finds from TRW Swapmeet (AKA Northrup Grumman swap meet) today

From: Rob Hulvey <>
Date: Thu May 13 13:21:08 2004

Very interesting to see RH32 in the swap meet. I worked some on
verification boards for RH32 in '93 and again in '95.
Sounds like the board you have was made after I left in '95, since it
includes Orca FPGAs which I don't think came about until after that time.
We mostly used Actel FPGAs when I was there.
It was a fault-tolerant design which was supposed to detect a fault, then
back up and start re-executing code prior to the fault. The boards I worked
on had only 1 CPU chip, 2 MMUs (for for instructions (IMMU) and 1 for
operands (OMMU)), and a connector for an SCU (I forget what that was ...
system control unit?) daughtercard, as well as an FPU (floating point unit)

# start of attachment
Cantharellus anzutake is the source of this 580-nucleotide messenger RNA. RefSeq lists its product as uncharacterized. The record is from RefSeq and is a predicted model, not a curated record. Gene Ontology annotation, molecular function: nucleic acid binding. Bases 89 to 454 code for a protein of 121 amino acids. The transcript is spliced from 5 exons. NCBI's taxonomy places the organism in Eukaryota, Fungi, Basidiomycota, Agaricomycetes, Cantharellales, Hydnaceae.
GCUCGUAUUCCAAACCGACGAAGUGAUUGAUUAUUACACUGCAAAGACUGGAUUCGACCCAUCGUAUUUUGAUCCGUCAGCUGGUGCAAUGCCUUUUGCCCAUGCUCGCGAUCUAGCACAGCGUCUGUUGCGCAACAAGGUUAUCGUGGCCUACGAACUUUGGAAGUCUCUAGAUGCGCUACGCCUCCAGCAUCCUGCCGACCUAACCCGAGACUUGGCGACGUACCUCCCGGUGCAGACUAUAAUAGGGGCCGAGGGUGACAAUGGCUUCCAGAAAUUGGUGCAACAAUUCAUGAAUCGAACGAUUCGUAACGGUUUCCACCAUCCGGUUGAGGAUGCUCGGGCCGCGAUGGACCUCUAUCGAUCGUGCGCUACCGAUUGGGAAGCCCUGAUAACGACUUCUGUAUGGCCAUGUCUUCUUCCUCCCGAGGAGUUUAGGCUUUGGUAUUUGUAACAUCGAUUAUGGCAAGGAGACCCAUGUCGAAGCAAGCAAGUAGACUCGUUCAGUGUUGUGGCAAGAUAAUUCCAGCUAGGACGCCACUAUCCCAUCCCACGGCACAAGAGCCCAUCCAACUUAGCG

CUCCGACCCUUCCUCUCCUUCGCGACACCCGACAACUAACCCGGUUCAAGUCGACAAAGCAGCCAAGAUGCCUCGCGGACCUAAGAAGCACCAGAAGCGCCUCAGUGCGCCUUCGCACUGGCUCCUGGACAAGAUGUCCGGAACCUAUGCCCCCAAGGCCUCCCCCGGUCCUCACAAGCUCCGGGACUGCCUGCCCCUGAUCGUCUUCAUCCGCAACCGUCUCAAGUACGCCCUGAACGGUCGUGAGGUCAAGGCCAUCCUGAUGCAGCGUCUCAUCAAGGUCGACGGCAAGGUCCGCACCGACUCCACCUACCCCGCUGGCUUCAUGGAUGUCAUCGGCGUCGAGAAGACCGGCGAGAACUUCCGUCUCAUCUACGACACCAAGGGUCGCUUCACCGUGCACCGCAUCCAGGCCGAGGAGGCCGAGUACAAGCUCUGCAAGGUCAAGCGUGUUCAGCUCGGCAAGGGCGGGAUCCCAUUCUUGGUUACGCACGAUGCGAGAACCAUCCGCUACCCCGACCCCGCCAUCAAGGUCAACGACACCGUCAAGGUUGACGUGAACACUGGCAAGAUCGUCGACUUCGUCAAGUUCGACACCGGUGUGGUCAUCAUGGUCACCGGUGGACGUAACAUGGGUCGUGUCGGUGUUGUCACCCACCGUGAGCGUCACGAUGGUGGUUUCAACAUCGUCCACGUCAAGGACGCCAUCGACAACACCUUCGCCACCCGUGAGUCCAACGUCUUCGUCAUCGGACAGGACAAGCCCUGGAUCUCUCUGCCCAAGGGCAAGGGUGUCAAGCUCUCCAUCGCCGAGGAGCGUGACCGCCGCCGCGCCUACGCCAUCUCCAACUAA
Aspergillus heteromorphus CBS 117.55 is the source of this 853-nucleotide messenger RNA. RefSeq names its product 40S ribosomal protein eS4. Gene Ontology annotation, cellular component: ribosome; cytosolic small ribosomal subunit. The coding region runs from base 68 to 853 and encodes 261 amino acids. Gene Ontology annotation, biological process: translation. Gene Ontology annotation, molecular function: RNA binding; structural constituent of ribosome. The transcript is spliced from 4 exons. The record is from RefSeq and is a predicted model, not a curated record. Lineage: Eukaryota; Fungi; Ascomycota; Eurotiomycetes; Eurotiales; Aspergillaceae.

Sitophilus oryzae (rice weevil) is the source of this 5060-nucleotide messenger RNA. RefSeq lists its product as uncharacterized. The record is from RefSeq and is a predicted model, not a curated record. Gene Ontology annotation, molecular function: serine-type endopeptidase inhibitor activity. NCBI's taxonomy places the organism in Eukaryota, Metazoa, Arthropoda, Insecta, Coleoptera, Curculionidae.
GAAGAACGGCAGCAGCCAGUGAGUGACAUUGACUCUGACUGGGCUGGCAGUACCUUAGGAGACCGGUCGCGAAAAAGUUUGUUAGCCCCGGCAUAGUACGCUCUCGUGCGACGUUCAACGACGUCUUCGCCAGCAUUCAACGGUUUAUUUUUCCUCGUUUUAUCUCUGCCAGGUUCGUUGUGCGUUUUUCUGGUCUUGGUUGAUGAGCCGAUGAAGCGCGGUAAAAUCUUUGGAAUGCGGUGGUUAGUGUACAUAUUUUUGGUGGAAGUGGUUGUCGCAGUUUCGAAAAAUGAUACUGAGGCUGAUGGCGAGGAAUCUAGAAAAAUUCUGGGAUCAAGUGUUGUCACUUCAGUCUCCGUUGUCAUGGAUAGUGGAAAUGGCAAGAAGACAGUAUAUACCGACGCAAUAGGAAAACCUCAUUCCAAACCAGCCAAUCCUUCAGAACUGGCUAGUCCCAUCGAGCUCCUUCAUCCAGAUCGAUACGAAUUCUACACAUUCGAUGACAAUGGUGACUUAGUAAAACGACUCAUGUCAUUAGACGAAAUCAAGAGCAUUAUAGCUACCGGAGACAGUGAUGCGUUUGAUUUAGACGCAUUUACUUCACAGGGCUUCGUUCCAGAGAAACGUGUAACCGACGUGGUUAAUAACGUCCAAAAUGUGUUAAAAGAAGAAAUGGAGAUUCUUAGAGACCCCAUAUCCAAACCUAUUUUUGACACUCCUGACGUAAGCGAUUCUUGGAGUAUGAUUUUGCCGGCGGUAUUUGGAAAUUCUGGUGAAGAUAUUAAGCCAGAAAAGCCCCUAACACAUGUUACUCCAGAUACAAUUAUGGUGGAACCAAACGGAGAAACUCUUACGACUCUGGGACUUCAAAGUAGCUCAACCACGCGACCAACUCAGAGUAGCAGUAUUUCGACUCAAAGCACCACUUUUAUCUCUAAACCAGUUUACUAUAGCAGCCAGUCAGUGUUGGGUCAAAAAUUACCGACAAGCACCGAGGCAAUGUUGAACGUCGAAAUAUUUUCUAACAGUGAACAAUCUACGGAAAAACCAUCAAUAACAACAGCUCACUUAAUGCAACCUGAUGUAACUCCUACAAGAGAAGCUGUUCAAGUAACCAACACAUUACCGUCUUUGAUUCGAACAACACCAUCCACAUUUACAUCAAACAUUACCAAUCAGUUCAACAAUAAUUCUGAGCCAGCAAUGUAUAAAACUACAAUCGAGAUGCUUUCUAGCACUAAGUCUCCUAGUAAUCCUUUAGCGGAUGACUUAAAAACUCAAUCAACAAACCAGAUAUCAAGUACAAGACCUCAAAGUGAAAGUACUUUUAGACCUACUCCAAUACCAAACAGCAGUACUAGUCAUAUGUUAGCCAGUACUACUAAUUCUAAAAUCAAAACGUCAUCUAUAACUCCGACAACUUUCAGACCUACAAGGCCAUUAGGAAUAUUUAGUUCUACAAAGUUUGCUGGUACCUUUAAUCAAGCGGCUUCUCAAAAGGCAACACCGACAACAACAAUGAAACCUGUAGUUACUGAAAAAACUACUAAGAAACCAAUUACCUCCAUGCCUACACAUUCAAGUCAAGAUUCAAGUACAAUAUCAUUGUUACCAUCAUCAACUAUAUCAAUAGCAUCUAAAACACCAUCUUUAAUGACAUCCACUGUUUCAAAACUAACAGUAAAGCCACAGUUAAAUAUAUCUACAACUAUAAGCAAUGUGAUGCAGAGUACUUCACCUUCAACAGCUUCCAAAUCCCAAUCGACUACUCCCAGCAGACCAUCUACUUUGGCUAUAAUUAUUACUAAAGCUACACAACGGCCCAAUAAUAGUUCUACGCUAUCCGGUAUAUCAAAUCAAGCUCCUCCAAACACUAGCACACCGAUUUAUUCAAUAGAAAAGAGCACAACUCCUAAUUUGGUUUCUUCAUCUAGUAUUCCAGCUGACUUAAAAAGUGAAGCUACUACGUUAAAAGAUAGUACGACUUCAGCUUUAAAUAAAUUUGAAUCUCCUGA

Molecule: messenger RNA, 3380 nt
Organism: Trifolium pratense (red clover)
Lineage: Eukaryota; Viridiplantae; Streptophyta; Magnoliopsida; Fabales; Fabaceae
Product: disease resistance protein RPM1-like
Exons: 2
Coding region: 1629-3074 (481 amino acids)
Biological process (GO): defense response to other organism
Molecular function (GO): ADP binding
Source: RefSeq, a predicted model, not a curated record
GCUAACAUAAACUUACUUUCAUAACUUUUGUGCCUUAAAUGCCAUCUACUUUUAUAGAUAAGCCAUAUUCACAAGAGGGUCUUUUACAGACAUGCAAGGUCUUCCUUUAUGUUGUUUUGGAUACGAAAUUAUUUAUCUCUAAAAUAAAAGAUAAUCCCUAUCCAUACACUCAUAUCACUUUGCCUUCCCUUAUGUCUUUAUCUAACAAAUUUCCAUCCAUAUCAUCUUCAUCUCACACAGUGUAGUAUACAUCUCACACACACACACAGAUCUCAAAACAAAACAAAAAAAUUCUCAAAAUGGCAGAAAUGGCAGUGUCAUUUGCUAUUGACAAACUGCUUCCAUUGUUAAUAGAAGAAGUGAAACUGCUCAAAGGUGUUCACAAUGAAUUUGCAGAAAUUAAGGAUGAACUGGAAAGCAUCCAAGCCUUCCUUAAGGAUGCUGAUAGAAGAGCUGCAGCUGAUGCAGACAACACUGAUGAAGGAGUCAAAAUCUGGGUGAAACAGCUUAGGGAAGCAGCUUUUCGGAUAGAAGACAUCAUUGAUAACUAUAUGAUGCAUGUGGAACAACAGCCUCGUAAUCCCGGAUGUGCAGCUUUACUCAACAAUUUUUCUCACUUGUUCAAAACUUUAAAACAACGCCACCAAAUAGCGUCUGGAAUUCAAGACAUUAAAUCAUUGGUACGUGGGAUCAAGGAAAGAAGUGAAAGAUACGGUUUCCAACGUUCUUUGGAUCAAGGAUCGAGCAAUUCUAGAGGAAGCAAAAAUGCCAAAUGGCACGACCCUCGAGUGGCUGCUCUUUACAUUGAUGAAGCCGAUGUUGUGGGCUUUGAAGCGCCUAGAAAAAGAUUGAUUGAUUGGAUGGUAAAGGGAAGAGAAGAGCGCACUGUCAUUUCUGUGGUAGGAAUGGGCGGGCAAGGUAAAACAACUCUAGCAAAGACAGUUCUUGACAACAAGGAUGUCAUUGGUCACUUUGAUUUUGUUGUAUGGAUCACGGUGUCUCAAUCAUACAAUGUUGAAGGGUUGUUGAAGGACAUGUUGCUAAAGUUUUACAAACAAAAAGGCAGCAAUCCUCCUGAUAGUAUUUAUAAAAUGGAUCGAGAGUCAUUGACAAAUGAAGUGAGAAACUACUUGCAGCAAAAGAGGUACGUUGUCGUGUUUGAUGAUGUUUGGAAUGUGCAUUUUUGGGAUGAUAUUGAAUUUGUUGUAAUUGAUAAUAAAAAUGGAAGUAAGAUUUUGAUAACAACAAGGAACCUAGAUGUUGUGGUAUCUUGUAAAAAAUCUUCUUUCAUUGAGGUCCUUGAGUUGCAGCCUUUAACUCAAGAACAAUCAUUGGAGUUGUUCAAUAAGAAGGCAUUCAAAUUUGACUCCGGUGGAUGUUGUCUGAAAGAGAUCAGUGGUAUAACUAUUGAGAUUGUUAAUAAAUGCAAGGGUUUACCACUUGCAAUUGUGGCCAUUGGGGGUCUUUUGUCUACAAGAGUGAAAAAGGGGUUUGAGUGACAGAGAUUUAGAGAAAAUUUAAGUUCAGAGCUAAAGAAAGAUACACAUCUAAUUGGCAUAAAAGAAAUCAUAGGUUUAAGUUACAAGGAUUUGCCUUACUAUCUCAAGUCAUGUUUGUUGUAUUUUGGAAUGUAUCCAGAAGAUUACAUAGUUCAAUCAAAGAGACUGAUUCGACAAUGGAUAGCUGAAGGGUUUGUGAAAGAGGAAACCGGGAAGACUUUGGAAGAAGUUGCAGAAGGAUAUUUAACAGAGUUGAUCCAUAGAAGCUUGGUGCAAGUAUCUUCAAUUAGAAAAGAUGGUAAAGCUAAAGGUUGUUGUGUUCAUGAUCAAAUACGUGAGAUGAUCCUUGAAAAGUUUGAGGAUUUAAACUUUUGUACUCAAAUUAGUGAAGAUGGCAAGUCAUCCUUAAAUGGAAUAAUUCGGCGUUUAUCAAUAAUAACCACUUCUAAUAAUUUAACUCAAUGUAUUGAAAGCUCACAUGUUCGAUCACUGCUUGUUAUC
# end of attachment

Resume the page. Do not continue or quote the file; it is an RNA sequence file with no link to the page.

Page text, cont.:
daughtercard. I think it was designed to support multiprocessor configs,
but we only tested single-processor, as we were bringing it up for the 1st
As I recall, RH32 was started around '88, supposed to complete around '91,
but was about 2 years late in '93 when I started working there. I think it
was finally announced in '98:
There were also efforts by IBM to make silicon-on-saphire versions of their
RISC System 6000 CPUs which supposedly did not need the explicit hardware
fault tolerance used in RH32, since the process was inherently resistant to
radiation induced faults. I don't know if it was ever shown to work well.
Seems to be a lot of info on the 'net about compiling code for RH32, and
even references to it in source files. I guess they ported Linux to the
thing long after I had left. I recall TRW contracted Green Hills Software
to make tools for it.
-Rob Hulvey
Received on Thu May 13 2004 - 13:21:08 BST

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